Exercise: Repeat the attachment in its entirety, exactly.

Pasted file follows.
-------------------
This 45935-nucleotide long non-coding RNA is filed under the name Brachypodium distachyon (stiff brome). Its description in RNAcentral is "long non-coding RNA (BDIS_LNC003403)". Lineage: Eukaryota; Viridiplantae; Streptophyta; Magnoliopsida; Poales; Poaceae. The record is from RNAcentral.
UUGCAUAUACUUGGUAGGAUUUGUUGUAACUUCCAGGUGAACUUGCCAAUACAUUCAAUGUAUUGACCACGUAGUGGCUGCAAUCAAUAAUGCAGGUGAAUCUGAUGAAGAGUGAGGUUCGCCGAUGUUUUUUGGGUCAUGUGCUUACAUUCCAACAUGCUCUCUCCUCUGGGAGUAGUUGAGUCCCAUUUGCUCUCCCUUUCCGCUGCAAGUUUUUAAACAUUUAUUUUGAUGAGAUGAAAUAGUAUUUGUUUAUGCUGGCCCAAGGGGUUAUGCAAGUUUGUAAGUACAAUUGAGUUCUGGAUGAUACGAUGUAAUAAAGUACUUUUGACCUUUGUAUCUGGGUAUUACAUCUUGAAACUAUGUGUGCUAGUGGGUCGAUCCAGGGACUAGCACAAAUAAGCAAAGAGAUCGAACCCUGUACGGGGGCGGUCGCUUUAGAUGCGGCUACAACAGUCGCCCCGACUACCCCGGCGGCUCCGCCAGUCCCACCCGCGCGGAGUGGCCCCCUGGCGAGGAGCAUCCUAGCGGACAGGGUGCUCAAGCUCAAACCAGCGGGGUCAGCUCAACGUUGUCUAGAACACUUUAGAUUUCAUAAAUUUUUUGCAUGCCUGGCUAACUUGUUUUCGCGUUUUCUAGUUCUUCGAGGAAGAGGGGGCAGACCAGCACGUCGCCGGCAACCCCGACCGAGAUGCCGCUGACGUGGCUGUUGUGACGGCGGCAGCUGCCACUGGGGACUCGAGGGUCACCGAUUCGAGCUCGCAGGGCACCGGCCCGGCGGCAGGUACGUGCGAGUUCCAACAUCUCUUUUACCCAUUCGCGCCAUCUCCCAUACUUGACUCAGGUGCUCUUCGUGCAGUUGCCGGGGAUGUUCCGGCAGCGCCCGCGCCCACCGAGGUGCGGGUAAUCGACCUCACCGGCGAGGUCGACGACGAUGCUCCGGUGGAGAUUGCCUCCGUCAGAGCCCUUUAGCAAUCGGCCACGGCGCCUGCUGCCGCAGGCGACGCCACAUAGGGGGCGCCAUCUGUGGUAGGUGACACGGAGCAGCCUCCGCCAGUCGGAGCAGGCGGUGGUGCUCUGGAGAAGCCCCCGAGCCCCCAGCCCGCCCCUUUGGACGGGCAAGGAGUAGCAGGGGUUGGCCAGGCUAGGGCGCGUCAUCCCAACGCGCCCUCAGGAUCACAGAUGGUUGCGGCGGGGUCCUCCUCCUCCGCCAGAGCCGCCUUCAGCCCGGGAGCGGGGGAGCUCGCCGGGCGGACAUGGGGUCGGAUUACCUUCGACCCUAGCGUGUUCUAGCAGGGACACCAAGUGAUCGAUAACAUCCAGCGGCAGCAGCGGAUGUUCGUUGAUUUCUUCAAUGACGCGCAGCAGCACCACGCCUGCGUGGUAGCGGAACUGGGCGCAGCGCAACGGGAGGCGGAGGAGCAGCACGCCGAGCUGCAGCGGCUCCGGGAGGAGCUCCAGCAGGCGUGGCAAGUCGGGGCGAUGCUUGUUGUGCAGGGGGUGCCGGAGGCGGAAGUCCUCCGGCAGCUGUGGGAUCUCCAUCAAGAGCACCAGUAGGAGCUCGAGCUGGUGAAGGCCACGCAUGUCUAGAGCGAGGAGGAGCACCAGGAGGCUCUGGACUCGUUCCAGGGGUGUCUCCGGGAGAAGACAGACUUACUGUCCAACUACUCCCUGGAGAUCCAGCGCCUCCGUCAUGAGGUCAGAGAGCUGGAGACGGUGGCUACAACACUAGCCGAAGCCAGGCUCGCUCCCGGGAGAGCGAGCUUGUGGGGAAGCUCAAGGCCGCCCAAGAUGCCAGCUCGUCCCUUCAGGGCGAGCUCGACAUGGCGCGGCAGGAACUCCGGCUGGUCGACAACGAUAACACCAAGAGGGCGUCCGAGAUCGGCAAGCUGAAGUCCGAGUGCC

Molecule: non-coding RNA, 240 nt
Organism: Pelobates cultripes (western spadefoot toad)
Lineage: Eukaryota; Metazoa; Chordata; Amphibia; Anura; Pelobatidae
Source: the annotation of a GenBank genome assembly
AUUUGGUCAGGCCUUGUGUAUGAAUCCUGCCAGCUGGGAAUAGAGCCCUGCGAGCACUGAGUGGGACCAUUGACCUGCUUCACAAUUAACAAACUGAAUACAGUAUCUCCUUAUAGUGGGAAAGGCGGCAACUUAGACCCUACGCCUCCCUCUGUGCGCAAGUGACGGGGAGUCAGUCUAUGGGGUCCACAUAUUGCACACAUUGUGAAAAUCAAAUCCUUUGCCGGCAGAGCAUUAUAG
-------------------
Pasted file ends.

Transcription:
This 45935-nucleotide long non-coding RNA is filed under the name Brachypodium distachyon (stiff brome). Its description in RNAcentral is "long non-coding RNA (BDIS_LNC003403)". Lineage: Eukaryota; Viridiplantae; Streptophyta; Magnoliopsida; Poales; Poaceae. The record is from RNAcentral.
UUGCAUAUACUUGGUAGGAUUUGUUGUAACUUCCAGGUGAACUUGCCAAUACAUUCAAUGUAUUGACCACGUAGUGGCUGCAAUCAAUAAUGCAGGUGAAUCUGAUGAAGAGUGAGGUUCGCCGAUGUUUUUUGGGUCAUGUGCUUACAUUCCAACAUGCUCUCUCCUCUGGGAGUAGUUGAGUCCCAUUUGCUCUCCCUUUCCGCUGCAAGUUUUUAAACAUUUAUUUUGAUGAGAUGAAAUAGUAUUUGUUUAUGCUGGCCCAAGGGGUUAUGCAAGUUUGUAAGUACAAUUGAGUUCUGGAUGAUACGAUGUAAUAAAGUACUUUUGACCUUUGUAUCUGGGUAUUACAUCUUGAAACUAUGUGUGCUAGUGGGUCGAUCCAGGGACUAGCACAAAUAAGCAAAGAGAUCGAACCCUGUACGGGGGCGGUCGCUUUAGAUGCGGCUACAACAGUCGCCCCGACUACCCCGGCGGCUCCGCCAGUCCCACCCGCGCGGAGUGGCCCCCUGGCGAGGAGCAUCCUAGCGGACAGGGUGCUCAAGCUCAAACCAGCGGGGUCAGCUCAACGUUGUCUAGAACACUUUAGAUUUCAUAAAUUUUUUGCAUGCCUGGCUAACUUGUUUUCGCGUUUUCUAGUUCUUCGAGGAAGAGGGGGCAGACCAGCACGUCGCCGGCAACCCCGACCGAGAUGCCGCUGACGUGGCUGUUGUGACGGCGGCAGCUGCCACUGGGGACUCGAGGGUCACCGAUUCGAGCUCGCAGGGCACCGGCCCGGCGGCAGGUACGUGCGAGUUCCAACAUCUCUUUUACCCAUUCGCGCCAUCUCCCAUACUUGACUCAGGUGCUCUUCGUGCAGUUGCCGGGGAUGUUCCGGCAGCGCCCGCGCCCACCGAGGUGCGGGUAAUCGACCUCACCGGCGAGGUCGACGACGAUGCUCCGGUGGAGAUUGCCUCCGUCAGAGCCCUUUAGCAAUCGGCCACGGCGCCUGCUGCCGCAGGCGACGCCACAUAGGGGGCGCCAUCUGUGGUAGGUGACACGGAGCAGCCUCCGCCAGUCGGAGCAGGCGGUGGUGCUCUGGAGAAGCCCCCGAGCCCCCAGCCCGCCCCUUUGGACGGGCAAGGAGUAGCAGGGGUUGGCCAGGCUAGGGCGCGUCAUCCCAACGCGCCCUCAGGAUCACAGAUGGUUGCGGCGGGGUCCUCCUCCUCCGCCAGAGCCGCCUUCAGCCCGGGAGCGGGGGAGCUCGCCGGGCGGACAUGGGGUCGGAUUACCUUCGACCCUAGCGUGUUCUAGCAGGGACACCAAGUGAUCGAUAACAUCCAGCGGCAGCAGCGGAUGUUCGUUGAUUUCUUCAAUGACGCGCAGCAGCACCACGCCUGCGUGGUAGCGGAACUGGGCGCAGCGCAACGGGAGGCGGAGGAGCAGCACGCCGAGCUGCAGCGGCUCCGGGAGGAGCUCCAGCAGGCGUGGCAAGUCGGGGCGAUGCUUGUUGUGCAGGGGGUGCCGGAGGCGGAAGUCCUCCGGCAGCUGUGGGAUCUCCAUCAAGAGCACCAGUAGGAGCUCGAGCUGGUGAAGGCCACGCAUGUCUAGAGCGAGGAGGAGCACCAGGAGGCUCUGGACUCGUUCCAGGGGUGUCUCCGGGAGAAGACAGACUUACUGUCCAACUACUCCCUGGAGAUCCAGCGCCUCCGUCAUGAGGUCAGAGAGCUGGAGACGGUGGCUACAACACUAGCCGAAGCCAGGCUCGCUCCCGGGAGAGCGAGCUUGUGGGGAAGCUCAAGGCCGCCCAAGAUGCCAGCUCGUCCCUUCAGGGCGAGCUCGACAUGGCGCGGCAGGAACUCCGGCUGGUCGACAACGAUAACACCAAGAGGGCGUCCGAGAUCGGCAAGCUGAAGUCCGAGUGCC

Molecule: non-coding RNA, 240 nt
Organism: Pelobates cultripes (western spadefoot toad)
Lineage: Eukaryota; Metazoa; Chordata; Amphibia; Anura; Pelobatidae
Source: the annotation of a GenBank genome assembly
AUUUGGUCAGGCCUUGUGUAUGAAUCCUGCCAGCUGGGAAUAGAGCCCUGCGAGCACUGAGUGGGACCAUUGACCUGCUUCACAAUUAACAAACUGAAUACAGUAUCUCCUUAUAGUGGGAAAGGCGGCAACUUAGACCCUACGCCUCCCUCUGUGCGCAAGUGACGGGGAGUCAGUCUAUGGGGUCCACAUAUUGCACACAUUGUGAAAAUCAAAUCCUUUGCCGGCAGAGCAUUAUAG